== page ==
Italy's underwater farmers

Could underwater greenhouses feed an ever-growing world population in the future? Off the coast of Italy, a team of courageous pioneers have built six alien-looking underwater domes to try to find out.

Words by Nane Steinhoff
Photographs by Alexis Rosenfeld

40 metres offshore from Noli in Italy’s Liguria region, divers come across some peculiar underwater domes that are moored to the ocean floor. The project, also known as Nemo’s Garden, is the world’s first underwater greenhouse. Here, a team of researchers are growing over 100 different fruits, herbs, flowers, and vegetables in futuristic underwater bells.

The project started with Sergio Gamberini, president of Ocean Reef, a dive equipment manufacturer, when he asked himself where the best conditions for growing basil could be found. The answer: In the ocean where there is enough water, and the temperature doesn’t fluctuate too much.

Obsessed with his idea, he started to build air-filled underwater domes with the help of his family, investing over 100,000 Euros of their own funds. The location for the project was carefully chosen and the domes ended up in a location where 30% of sunlight could still penetrate and the water has a constant temperature of around 20 degrees Celsius in summer. The ambitious plan seemed to pay off; in only seven weeks, basil seeds turned into proper plants that tasted just as good, if not better, than their land-grown counterparts.

The idea behind the glass domes is quite simple: Each dome is filled with approximately 20,000 litres of air that sits above a body of surface water, while the sun’s light naturally penetrates the water column and heats up the domes and the air within naturally.

On the inside, the sea water then evaporates on the dome wall, the salt settles, and freshwater begins to rain down on the plants, while the outside water maintains the temperature inside the dome throughout the day. For the plants to grow and not die, the conditions ​​in the domes must remain constant. In winter, when there is less natural light, attached LED lights act as an additional light source to grow the plants.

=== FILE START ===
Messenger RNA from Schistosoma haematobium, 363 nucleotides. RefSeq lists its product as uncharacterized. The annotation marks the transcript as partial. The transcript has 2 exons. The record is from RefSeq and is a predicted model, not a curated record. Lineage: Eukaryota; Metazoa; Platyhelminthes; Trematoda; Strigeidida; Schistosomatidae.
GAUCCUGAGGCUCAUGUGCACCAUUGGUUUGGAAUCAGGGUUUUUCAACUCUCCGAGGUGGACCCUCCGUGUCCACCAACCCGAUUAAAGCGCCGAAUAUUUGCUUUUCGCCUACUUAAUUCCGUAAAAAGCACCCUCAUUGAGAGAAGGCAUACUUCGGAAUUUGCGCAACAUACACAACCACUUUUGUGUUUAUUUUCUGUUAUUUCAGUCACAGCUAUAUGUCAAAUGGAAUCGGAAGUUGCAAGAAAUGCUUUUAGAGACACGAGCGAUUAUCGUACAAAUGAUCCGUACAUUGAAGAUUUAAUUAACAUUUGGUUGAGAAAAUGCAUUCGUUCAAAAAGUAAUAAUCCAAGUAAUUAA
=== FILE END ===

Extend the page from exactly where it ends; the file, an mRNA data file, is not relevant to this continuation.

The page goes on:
Growing food in these domes means that there is no need to water the plants, while no pesticides have to be used. While this project is still in its infancy, these biospheres could be useful in arid countries that don’t have much land or preferable conditions for agriculture. “Imagine all of the coasts, and all of the countries where there is enough water. I think in 10, maybe 20 years, we will have this technology all over the world,” enthuses Gamberini.

Nemo’s Garden could hold important insights for feeding future generations – especially in regions where economic or environmental factors make agriculture difficult. With the global population expected to hit 9.3 billion in 2050, and climate change posing more and more risks, feeding the ever-growing population is one of the biggest challenges of our time. But growing vegetables underwater on a large scale is still a vision as the production of the underwater vegetables is still very expensive. As an example: A gram of basil from the Mediterranean currently costs around 10 Euros while a gram of field-grown basil can be purchased for as little as five cents. “The price for our basil plants will never be comparable to what you pay in a supermarket. That being said, they come with a much-reduced environmental footprint,” adds Gamberini.

After the Nemo’s Garden team initially planted basil, they have since planted more than 100 different plants, including medicinal herbs, salad greens, beans, tomatoes, and strawberries. Interestingly, the team also found that the plants produced in the underwater domes were richer in nutritional content than those grown on land. In an article published by Modern Farmer, Gamberini said: “Theoretically, the project considerably increases the percentage of the world’s surface that could be used for growing crops, especially in countries where environmental conditions make growing plants difficult.”

Gianni Fontanesi, project coordinator at Nemo’s Garden, adds: “Every year, we are discovering new possible applications for the biospheres,” says Gianni Fontanesi, project coordinator at Nemo’s Garden. Some of these could include ecotourism, seaweed farming, as well as wildlife research stations amongst other ideas.

Only time will tell whether Italy’s underwater domes will provide food on a larger scale in the future. One thing is clear: A great start has been made by these courageous pioneers of underwater farming.

Photographs by Alexis Rosenfeld

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